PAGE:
Euro area GDP growth in Q3 2022 was better than expected, but the likelihood of contractions in the coming months is high. Specifically, GDP grew by 0.2% in quarter-on-quarter terms (vs. 0.8% in Q2), corresponding to a year-on-year increase of 2.1%. The most positive surprises came from the German economy, which managed to avoid a contraction with 0.3% quarter-on-quarter growth, and from Italy, which registered 0.5% quarter-on-quarter growth in the quarter. This stamina in some of the euro area’s biggest economies can be explained by the strong performance of the services sector over the summer. However, although the breakdown by component is not yet available, the main economic activity indicators suggest a declining trend during the course of the quarter.
In the US, GDP grew by 1.8% year-on-year and by 0.6% compared to the previous quarter, following two consecutive quarters of decline in Q1 and Q2 (−0.4% and −0.1% quarter-on-quarter, respectively). Although the overall figure was positive, the breakdown by component reveals a slowdown in private consumption and a collapse in property investment. These are two clear signs of weakening domestic demand, in the midst of the strongest cycle of monetary contraction by the Fed in more than 40 years, which has already raised interest rates by a total of 375 bps since March (see the Financial Markets Economic Outlook section).
The first economic activity indicators point towards a clear deterioration in the economic situation beginning in September. In the euro area, where
the ECB has already raised interest rates by a total of 200 bps since July, with two consecutive 75-bp rate hikes in September and October, the composite business PMI continued to fall, reaching 47.3 points (vs. 48.1 in September). This marks its lowest level in almost two years and is consistent with a steady loss of buoyancy since Q2. In the words of ECB President Christine Lagarde, economic activity is showing a «significant» slowdown, which may intensify with the loss of households’ purchasing power and deteriorating confidence. In the US, the composite PMI fell back down to 48.2 points in October, after a brief improvement in September (49.5 points vs. 44.6 in August). Although in the case of the US the ISM indices were still in expansionary territory (above 50 points), the fact is that they have also deteriorated. Meanwhile, inflation is still showing no sign of abating. In the euro area, it rose once again in October, reaching 10.7% (vs. 9.9% in September), driven by price increases in food, energy and industrial goods. September’s inflation figure was also higher than expected in the US, with a sharp month-on-month increase in the core index, which stood at 6.6% year-on-year (8.2% for the headline index). Taken together, with the strength still demonstrated by the labour market on both sides of the Atlantic and the inertia of some of these price components, these figures may be a sign that a longer period of high prices and restrictive monetary conditions lies ahead.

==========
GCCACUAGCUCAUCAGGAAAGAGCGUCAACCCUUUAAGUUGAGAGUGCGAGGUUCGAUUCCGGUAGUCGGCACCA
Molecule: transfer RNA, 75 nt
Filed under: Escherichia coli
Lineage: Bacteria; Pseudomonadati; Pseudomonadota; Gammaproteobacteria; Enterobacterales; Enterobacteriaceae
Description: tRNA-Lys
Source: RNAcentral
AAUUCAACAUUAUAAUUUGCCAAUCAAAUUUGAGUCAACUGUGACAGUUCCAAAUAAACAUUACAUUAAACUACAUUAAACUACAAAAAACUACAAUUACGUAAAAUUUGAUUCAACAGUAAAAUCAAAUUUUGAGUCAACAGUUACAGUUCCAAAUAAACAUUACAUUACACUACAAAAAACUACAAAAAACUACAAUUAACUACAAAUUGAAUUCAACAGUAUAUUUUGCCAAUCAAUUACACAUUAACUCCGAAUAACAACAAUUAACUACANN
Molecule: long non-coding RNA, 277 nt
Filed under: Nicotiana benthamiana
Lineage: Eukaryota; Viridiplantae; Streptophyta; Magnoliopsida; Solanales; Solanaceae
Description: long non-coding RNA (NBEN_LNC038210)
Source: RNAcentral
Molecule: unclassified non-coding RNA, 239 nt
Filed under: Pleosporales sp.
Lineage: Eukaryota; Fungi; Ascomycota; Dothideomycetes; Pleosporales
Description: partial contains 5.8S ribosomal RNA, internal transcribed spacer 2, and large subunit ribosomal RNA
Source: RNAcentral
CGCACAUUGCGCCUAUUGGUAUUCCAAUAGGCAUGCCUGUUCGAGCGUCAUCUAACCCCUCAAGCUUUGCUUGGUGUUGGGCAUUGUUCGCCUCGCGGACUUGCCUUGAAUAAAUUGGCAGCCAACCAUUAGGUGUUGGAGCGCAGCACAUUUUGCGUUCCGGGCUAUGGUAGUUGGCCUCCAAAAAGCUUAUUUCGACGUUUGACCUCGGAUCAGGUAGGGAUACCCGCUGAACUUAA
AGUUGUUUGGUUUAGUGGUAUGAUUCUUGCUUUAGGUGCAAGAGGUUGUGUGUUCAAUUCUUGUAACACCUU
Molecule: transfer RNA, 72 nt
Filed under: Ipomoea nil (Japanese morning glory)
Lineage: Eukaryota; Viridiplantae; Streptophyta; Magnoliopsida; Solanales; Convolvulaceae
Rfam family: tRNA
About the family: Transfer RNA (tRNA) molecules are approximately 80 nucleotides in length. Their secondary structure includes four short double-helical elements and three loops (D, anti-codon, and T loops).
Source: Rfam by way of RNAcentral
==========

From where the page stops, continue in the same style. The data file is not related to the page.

The average gas futures price for 2023 fell by 18% in October (€155/MWh vs. €189/MWh in September) in the Dutch TTF, the market that serves as the main benchmark for Europe. Despite being seven times above the historical average, the decline in prices was mainly due to the high level of reserves, which stood at 95% of capacity at the end of October, compared to 80% at the end of August. In this context, in recent weeks there have been reports of LNG carriers waiting to unload at the main European ports. This situation of an easing of prices and oversupply may, however, be temporary. Two key variables to follow are the reductions in consumption achieved by EU countries and the level of reserves. With no end in sight for the war in Ukraine, the 2023-2024 winter will also be to play for over the coming months.
As the slowdown in the global economy and the tighter monetary policies persist for longer than expected, it will be particularly important to keep an eye on national fiscal plans and the real estate market. In the euro area, home prices have risen by 20% compared to the pre-pandemic level (Q4 2019), with gains of around or even greater than 30% in many countries. In the US, the rally has been close to 40% (see the Focus «US: controlled slowdown or hard landing in the housing market» in this same report), while China continues to face a severe housing crisis and is among the G20 economies where home prices have grown the least over this period. Another source of macrofinancial risk will be fiscal policy,
in both emerging and advanced economies. As the recent turbulence in the markets and the political crisis in the United Kingdom have demonstrated, there will be zero tolerance for fiscal plans with «the shelf-life of a lettuce» (see the Focus on «Stormy waters in the UK, a warning to seafarers» in this same report). The public accounts of countries with newly elected governments will be under intense scrutiny: presidents Giorgia Meloni and Lula da Silva should take note.
China’s GDP was higher than expected in Q3 2022, with 3.9% growth versus Q2 (3.9% year-on-year as well), thus more than recovering from the crash registered in Q2. However, the strength of the recovery seems to have tempered in autumn. The data already available for October indicate a marked deterioration in the services sector, following the surge in cases and new lockdowns imposed in the country, as well as a slowdown in exports. The weakness of the Chinese economy could intensify in the coming months, as a result of the intermittent stops and starts imposed due to the zero-COVID policy and the cooling of global demand. In the medium term, the main messages coming out of the 20th National Congress of the Chinese Communist Party have been clear: security and self-sufficiency will be undisputed priorities. It remains to be seen how the new policy direction will materialise in the development of the domestic market and foreign policy.